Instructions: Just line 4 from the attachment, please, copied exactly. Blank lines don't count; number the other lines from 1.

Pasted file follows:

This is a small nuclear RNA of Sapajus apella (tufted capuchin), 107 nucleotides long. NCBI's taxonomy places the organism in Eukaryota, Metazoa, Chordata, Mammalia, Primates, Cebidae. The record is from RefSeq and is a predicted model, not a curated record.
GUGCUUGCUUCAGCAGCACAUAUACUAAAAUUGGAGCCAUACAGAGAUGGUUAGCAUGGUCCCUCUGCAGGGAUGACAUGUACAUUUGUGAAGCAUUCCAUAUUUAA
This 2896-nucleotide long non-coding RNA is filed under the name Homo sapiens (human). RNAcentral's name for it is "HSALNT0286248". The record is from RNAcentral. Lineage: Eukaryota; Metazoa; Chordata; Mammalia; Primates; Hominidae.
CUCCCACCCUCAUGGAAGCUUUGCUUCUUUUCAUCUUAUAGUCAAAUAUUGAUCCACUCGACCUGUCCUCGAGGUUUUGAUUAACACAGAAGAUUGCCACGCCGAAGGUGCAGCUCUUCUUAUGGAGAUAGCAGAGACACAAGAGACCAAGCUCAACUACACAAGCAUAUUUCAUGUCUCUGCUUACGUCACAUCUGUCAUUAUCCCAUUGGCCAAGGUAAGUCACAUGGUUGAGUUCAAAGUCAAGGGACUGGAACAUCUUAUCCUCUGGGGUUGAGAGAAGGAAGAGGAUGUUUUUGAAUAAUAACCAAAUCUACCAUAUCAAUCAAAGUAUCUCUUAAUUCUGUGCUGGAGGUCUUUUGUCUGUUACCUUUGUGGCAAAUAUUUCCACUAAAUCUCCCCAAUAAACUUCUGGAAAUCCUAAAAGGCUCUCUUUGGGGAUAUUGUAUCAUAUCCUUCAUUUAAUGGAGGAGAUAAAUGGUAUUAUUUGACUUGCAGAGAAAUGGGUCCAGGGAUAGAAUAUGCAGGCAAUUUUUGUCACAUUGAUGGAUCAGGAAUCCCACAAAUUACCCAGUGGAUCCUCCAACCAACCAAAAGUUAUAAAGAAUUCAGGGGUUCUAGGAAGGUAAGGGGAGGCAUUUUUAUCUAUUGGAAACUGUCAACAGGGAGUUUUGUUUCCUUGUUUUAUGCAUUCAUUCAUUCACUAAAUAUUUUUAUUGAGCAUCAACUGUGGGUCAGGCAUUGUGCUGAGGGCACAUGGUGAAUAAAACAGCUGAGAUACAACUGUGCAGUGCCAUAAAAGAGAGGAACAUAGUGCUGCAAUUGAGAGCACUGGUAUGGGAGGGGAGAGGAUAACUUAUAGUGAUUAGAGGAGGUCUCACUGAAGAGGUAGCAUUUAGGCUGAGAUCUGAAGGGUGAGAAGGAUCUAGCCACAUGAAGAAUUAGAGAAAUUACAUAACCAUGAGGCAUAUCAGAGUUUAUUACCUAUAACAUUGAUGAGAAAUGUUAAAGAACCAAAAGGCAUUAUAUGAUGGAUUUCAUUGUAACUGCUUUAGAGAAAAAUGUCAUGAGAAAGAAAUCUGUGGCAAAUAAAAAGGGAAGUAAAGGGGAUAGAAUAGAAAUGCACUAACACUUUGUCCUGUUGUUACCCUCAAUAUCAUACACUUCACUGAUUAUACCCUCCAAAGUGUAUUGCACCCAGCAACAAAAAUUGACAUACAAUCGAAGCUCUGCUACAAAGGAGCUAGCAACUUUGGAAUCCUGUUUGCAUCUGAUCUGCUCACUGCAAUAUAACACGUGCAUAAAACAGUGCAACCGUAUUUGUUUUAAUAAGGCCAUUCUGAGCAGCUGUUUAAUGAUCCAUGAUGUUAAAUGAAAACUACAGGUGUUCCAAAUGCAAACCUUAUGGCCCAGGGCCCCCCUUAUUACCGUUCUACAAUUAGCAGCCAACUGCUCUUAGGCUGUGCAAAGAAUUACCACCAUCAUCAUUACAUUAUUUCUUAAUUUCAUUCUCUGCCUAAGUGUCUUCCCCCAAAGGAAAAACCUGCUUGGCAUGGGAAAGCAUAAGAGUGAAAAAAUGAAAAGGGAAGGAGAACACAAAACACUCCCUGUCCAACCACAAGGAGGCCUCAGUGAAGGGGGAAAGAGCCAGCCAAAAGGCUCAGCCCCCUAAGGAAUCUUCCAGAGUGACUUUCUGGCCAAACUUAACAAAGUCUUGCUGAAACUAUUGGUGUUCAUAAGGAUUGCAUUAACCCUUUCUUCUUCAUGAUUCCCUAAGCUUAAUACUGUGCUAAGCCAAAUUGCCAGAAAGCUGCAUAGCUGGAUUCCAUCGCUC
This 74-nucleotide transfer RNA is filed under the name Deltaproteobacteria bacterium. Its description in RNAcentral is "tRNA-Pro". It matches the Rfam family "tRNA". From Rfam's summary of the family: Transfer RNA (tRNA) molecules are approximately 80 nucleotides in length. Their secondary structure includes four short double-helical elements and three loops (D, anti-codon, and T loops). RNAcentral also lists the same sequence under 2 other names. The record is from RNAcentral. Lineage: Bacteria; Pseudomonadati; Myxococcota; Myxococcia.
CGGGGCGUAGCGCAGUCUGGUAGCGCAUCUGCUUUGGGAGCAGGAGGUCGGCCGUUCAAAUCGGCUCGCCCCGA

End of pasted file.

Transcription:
CUCCCACCCUCAUGGAAGCUUUGCUUCUUUUCAUCUUAUAGUCAAAUAUUGAUCCACUCGACCUGUCCUCGAGGUUUUGAUUAACACAGAAGAUUGCCACGCCGAAGGUGCAGCUCUUCUUAUGGAGAUAGCAGAGACACAAGAGACCAAGCUCAACUACACAAGCAUAUUUCAUGUCUCUGCUUACGUCACAUCUGUCAUUAUCCCAUUGGCCAAGGUAAGUCACAUGGUUGAGUUCAAAGUCAAGGGACUGGAACAUCUUAUCCUCUGGGGUUGAGAGAAGGAAGAGGAUGUUUUUGAAUAAUAACCAAAUCUACCAUAUCAAUCAAAGUAUCUCUUAAUUCUGUGCUGGAGGUCUUUUGUCUGUUACCUUUGUGGCAAAUAUUUCCACUAAAUCUCCCCAAUAAACUUCUGGAAAUCCUAAAAGGCUCUCUUUGGGGAUAUUGUAUCAUAUCCUUCAUUUAAUGGAGGAGAUAAAUGGUAUUAUUUGACUUGCAGAGAAAUGGGUCCAGGGAUAGAAUAUGCAGGCAAUUUUUGUCACAUUGAUGGAUCAGGAAUCCCACAAAUUACCCAGUGGAUCCUCCAACCAACCAAAAGUUAUAAAGAAUUCAGGGGUUCUAGGAAGGUAAGGGGAGGCAUUUUUAUCUAUUGGAAACUGUCAACAGGGAGUUUUGUUUCCUUGUUUUAUGCAUUCAUUCAUUCACUAAAUAUUUUUAUUGAGCAUCAACUGUGGGUCAGGCAUUGUGCUGAGGGCACAUGGUGAAUAAAACAGCUGAGAUACAACUGUGCAGUGCCAUAAAAGAGAGGAACAUAGUGCUGCAAUUGAGAGCACUGGUAUGGGAGGGGAGAGGAUAACUUAUAGUGAUUAGAGGAGGUCUCACUGAAGAGGUAGCAUUUAGGCUGAGAUCUGAAGGGUGAGAAGGAUCUAGCCACAUGAAGAAUUAGAGAAAUUACAUAACCAUGAGGCAUAUCAGAGUUUAUUACCUAUAACAUUGAUGAGAAAUGUUAAAGAACCAAAAGGCAUUAUAUGAUGGAUUUCAUUGUAACUGCUUUAGAGAAAAAUGUCAUGAGAAAGAAAUCUGUGGCAAAUAAAAAGGGAAGUAAAGGGGAUAGAAUAGAAAUGCACUAACACUUUGUCCUGUUGUUACCCUCAAUAUCAUACACUUCACUGAUUAUACCCUCCAAAGUGUAUUGCACCCAGCAACAAAAAUUGACAUACAAUCGAAGCUCUGCUACAAAGGAGCUAGCAACUUUGGAAUCCUGUUUGCAUCUGAUCUGCUCACUGCAAUAUAACACGUGCAUAAAACAGUGCAACCGUAUUUGUUUUAAUAAGGCCAUUCUGAGCAGCUGUUUAAUGAUCCAUGAUGUUAAAUGAAAACUACAGGUGUUCCAAAUGCAAACCUUAUGGCCCAGGGCCCCCCUUAUUACCGUUCUACAAUUAGCAGCCAACUGCUCUUAGGCUGUGCAAAGAAUUACCACCAUCAUCAUUACAUUAUUUCUUAAUUUCAUUCUCUGCCUAAGUGUCUUCCCCCAAAGGAAAAACCUGCUUGGCAUGGGAAAGCAUAAGAGUGAAAAAAUGAAAAGGGAAGGAGAACACAAAACACUCCCUGUCCAACCACAAGGAGGCCUCAGUGAAGGGGGAAAGAGCCAGCCAAAAGGCUCAGCCCCCUAAGGAAUCUUCCAGAGUGACUUUCUGGCCAAACUUAACAAAGUCUUGCUGAAACUAUUGGUGUUCAUAAGGAUUGCAUUAACCCUUUCUUCUUCAUGAUUCCCUAAGCUUAAUACUGUGCUAAGCCAAAUUGCCAGAAAGCUGCAUAGCUGGAUUCCAUCGCUC